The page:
Though vaping has mixed opinions, students are still strongly advised against it

Vaping in school is not a new problem, and many students continue to vape despite the consequences


Kaylyn Cartellone

In recent years, e-cigarette use has increased in high schools.

In recent years, students have been known to use e-cigs and vapes inside of school facilities. According to the CDC, 19.6% of high school students have reported e-cigarette use in 2020.

David Erdelyi (‘23) said, “I have vaped [previously]. My friends were doing it… [they] sort of peer pressured me into it… some of them are still vaping, others have started to quit.”

Erdelyi (‘23) has stopped vaping. He said, “It didn’t feel good after a while… when I wanted to play sports it made it feel tough. It was hard to breathe after a bit and I felt weak.”

He continued, “[After I quit], I could breathe better and I could do longer activities without having to stop suddenly.”

Another student, who wishes to remain anonymous and still vapes said, “I think I was 12. [I was] with my best friend… I don’t remember why I started.”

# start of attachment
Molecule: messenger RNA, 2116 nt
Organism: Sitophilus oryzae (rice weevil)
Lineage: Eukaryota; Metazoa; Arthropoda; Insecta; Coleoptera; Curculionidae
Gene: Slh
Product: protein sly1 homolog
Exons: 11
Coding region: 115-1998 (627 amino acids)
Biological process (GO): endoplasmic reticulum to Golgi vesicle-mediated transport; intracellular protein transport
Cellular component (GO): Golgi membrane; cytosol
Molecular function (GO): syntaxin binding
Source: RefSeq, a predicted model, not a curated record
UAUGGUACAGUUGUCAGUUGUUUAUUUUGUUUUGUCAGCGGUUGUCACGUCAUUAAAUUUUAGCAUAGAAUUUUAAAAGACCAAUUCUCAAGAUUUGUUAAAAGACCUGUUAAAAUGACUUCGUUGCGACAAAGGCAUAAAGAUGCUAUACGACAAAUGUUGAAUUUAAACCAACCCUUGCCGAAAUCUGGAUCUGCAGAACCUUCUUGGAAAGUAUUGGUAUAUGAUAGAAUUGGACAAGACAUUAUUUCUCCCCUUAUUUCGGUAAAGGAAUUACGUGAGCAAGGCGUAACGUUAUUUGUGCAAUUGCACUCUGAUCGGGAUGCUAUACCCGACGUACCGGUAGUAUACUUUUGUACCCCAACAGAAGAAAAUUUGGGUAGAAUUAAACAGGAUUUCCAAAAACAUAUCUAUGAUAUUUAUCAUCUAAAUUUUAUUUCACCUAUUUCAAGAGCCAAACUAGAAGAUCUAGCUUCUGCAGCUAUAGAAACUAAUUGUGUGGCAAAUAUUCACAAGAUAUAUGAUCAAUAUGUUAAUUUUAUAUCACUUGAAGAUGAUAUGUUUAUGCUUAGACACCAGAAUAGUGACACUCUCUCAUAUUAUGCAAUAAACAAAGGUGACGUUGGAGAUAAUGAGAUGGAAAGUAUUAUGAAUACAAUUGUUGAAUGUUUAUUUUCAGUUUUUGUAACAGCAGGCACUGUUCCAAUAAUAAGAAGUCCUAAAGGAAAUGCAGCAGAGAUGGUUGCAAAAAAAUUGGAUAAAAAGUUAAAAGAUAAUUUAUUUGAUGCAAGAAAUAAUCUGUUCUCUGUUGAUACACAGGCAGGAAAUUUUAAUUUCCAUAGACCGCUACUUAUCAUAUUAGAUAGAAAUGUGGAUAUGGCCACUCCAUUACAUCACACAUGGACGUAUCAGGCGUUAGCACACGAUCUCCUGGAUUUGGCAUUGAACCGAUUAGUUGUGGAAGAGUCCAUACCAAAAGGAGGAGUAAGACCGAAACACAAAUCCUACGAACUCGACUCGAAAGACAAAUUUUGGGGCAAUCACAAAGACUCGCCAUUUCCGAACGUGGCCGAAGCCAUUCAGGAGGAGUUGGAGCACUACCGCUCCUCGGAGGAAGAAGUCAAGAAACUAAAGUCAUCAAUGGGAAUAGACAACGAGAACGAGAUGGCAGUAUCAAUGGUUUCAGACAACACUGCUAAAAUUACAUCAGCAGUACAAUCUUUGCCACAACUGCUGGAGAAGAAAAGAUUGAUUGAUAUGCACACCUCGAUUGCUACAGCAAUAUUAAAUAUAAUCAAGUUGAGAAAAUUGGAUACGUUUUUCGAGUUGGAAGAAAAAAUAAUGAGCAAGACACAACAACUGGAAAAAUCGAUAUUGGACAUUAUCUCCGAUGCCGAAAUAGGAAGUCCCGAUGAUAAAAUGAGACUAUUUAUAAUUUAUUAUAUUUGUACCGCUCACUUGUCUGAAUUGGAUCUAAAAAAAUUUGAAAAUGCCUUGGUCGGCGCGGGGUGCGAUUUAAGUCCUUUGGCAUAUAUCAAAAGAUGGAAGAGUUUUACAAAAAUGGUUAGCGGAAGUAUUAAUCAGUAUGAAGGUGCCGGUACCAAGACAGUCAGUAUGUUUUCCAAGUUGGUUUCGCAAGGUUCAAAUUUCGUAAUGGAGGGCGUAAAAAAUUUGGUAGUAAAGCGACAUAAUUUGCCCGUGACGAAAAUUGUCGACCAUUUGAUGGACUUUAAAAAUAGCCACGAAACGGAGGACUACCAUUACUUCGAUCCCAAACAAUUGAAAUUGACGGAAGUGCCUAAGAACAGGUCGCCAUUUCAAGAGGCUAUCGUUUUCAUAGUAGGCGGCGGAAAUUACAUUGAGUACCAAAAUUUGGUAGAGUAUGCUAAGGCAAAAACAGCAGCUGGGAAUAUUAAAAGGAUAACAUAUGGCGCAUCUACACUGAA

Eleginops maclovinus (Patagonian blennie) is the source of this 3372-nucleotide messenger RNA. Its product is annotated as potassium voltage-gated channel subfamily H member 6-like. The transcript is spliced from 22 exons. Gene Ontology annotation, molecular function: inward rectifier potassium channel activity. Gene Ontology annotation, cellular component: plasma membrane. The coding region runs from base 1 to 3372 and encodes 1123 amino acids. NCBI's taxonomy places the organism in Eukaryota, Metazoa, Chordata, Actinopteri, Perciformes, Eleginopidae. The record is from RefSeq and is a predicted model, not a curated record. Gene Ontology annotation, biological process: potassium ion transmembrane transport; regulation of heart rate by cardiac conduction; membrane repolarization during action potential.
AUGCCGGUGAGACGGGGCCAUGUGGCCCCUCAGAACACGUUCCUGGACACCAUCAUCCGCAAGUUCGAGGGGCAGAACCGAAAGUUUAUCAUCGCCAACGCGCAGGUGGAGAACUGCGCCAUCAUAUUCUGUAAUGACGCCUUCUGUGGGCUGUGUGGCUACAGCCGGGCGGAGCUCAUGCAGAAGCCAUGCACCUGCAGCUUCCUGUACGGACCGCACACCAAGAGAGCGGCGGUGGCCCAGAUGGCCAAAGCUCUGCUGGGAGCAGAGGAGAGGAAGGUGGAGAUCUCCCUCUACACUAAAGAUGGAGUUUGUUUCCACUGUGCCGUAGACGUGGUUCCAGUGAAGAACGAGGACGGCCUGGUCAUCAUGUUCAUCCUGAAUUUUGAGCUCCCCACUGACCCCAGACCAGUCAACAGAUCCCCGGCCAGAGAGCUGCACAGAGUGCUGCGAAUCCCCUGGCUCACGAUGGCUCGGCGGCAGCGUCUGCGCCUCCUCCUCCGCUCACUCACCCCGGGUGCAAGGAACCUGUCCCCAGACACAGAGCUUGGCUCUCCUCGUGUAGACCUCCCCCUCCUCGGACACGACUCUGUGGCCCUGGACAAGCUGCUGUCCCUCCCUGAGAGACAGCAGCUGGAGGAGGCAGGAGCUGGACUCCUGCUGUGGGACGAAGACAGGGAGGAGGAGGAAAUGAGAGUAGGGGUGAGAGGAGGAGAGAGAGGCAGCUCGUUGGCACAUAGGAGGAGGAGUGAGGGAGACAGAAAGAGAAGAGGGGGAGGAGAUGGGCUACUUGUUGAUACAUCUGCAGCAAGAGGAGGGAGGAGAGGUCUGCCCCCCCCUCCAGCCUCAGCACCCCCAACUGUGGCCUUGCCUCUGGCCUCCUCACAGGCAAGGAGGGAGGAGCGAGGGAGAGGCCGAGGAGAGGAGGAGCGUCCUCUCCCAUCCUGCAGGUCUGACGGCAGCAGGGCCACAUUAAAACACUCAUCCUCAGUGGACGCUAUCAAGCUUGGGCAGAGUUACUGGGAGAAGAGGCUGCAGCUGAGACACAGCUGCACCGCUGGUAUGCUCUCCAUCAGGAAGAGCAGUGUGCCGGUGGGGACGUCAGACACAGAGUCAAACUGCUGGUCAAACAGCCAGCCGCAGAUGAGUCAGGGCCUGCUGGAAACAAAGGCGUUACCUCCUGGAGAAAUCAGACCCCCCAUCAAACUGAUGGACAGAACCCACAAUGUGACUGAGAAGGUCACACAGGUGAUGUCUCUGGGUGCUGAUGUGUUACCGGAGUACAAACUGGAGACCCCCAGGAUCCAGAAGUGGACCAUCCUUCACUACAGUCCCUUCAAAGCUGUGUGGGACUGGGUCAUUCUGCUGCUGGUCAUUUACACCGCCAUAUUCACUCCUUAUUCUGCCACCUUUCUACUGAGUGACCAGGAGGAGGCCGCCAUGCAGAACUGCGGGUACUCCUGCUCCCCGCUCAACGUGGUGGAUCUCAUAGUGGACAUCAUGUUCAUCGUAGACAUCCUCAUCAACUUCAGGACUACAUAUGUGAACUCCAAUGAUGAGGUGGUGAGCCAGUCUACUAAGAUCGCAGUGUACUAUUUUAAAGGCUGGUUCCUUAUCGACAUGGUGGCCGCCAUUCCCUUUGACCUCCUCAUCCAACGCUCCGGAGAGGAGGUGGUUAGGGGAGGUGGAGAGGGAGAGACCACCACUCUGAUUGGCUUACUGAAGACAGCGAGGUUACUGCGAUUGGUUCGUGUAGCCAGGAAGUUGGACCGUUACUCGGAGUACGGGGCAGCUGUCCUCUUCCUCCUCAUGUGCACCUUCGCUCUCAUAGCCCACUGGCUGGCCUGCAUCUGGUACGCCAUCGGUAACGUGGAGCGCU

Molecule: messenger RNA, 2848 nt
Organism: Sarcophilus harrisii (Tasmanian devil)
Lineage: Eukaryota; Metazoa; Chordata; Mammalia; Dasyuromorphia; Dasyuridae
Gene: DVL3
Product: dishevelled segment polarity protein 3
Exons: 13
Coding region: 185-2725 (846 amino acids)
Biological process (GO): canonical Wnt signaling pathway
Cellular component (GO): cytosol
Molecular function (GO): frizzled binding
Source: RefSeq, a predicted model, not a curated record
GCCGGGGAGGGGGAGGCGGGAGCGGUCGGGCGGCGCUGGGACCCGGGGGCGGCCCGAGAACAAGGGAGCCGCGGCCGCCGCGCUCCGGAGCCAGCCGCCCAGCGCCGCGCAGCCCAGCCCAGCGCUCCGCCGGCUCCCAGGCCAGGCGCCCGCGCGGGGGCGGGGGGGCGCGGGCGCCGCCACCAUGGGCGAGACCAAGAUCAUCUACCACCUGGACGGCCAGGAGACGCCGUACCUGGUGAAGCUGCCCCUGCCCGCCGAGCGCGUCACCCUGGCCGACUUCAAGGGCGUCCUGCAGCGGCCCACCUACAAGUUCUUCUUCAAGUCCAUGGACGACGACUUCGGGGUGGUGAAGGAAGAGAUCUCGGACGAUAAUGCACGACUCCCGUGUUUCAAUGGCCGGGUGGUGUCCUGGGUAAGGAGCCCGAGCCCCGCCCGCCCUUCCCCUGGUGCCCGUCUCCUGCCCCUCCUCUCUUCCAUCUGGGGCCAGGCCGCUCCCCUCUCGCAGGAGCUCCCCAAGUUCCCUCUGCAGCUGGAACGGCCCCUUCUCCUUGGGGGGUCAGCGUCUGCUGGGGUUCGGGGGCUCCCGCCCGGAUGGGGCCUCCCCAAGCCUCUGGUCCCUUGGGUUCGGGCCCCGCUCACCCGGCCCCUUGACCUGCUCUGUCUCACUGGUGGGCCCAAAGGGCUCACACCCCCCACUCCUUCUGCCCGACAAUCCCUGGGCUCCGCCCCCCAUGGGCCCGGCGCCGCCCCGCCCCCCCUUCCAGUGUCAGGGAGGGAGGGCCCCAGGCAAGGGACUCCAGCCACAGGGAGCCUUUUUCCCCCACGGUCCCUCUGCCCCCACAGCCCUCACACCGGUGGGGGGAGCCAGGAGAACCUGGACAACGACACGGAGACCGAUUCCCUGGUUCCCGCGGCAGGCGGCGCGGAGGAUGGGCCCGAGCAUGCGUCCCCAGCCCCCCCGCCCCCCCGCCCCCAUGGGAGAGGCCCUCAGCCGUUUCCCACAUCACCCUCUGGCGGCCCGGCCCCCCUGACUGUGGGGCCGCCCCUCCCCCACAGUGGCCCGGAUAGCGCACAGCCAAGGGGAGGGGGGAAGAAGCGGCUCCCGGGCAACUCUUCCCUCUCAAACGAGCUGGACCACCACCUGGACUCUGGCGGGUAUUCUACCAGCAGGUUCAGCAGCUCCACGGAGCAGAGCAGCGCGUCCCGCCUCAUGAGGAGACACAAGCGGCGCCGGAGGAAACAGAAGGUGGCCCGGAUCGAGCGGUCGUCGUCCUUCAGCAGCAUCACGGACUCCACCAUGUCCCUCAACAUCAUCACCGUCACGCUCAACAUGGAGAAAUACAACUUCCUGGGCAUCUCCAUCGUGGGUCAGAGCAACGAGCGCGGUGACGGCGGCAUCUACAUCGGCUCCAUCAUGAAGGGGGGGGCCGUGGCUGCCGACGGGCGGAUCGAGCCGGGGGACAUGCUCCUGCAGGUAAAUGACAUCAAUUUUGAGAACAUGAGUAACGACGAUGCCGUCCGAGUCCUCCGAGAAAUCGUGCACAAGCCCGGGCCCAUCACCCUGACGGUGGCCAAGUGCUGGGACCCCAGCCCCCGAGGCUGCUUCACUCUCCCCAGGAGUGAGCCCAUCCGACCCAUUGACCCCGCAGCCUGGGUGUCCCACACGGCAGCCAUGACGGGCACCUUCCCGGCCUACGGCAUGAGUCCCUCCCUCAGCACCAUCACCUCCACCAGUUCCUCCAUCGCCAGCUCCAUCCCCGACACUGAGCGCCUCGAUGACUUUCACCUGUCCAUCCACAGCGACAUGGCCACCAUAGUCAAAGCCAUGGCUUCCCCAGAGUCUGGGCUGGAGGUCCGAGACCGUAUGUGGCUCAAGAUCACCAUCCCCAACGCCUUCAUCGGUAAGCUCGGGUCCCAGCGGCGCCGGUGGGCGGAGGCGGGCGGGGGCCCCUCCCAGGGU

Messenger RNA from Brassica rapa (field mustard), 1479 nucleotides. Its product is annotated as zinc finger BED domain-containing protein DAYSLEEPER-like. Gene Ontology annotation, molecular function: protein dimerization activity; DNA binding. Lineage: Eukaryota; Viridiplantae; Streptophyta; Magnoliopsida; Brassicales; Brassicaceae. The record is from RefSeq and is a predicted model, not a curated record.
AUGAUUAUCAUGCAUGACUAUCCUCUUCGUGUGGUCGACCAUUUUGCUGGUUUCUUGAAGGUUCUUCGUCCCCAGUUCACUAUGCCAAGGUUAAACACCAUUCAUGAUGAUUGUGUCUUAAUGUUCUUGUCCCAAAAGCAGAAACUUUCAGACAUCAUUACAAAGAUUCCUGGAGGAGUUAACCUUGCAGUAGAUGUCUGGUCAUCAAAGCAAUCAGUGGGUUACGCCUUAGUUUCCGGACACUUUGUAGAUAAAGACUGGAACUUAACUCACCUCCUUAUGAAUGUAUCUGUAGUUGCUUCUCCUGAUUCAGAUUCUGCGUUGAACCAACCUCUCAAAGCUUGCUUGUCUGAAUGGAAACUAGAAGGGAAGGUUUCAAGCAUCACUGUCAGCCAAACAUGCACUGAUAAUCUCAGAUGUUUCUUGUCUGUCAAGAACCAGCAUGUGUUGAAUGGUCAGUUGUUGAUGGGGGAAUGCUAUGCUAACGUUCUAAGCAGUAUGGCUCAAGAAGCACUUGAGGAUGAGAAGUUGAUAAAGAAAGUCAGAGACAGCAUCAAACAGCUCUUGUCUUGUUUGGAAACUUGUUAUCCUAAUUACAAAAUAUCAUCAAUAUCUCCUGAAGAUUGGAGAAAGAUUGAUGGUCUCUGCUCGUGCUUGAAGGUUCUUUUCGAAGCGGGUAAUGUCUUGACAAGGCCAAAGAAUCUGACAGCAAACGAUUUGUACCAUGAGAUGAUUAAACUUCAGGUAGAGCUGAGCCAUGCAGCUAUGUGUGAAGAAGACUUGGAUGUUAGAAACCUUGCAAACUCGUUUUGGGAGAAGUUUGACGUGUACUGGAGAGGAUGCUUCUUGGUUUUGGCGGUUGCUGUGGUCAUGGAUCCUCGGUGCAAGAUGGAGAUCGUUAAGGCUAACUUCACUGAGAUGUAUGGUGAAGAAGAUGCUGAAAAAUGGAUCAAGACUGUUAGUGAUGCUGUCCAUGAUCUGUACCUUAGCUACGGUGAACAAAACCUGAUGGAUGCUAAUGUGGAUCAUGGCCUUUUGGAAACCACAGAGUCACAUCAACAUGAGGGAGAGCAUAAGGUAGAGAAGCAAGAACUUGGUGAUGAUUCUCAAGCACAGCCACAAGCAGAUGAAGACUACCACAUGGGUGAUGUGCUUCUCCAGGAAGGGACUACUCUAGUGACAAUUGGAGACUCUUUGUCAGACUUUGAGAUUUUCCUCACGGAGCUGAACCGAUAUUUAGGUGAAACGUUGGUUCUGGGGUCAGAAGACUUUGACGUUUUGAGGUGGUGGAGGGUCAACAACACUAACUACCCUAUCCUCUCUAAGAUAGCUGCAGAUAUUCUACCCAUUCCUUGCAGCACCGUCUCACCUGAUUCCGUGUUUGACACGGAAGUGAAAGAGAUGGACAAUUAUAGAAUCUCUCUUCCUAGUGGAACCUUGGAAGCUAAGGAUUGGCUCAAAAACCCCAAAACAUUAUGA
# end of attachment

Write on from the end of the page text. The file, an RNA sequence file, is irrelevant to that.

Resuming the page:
When asked about facing the consequences of both getting caught and general health issues, they said, “I wouldn’t really care if I got caught… of course I know the consequences of vaping, but it helps with my anxiety and stress.”

They said, “I would be able to quit tomorrow, I’m not addicted… I do plan on quitting in the future.”

Some students who have seen others vaping in school who have chosen to remain anonymous, claim they’ve mainly seen it in the G and D-wing bathrooms.

“It was [during] second period, about 9 [to] 10 a.m., they were outside the stalls… only one was vaping that I could see,” one student said.

The Mead High SRO Officer Coleman said, “We get daily reports from bathrooms and tennis courts… [but] minimal people are [actually] caught with vapes on them.”

According to Officer Coleman, a first time offender is documented by the school. If someone has two or more offenses, they have to take an online vaping education course. It is also up to administration if the SROs get involved or not, but administration and officers work closely together to educate students about the danger of vapes. Coleman says that in some cases, if a student keeps vaping on campus and is involved in multiple offenses, they will move forward to the next legal level and take them to court.

When Coleman was asked what she would tell students who vape, she responded, “Don’t do it. Any chemical substance you put into your body is going to chemically affect the growth of your brain… just don’t do it.”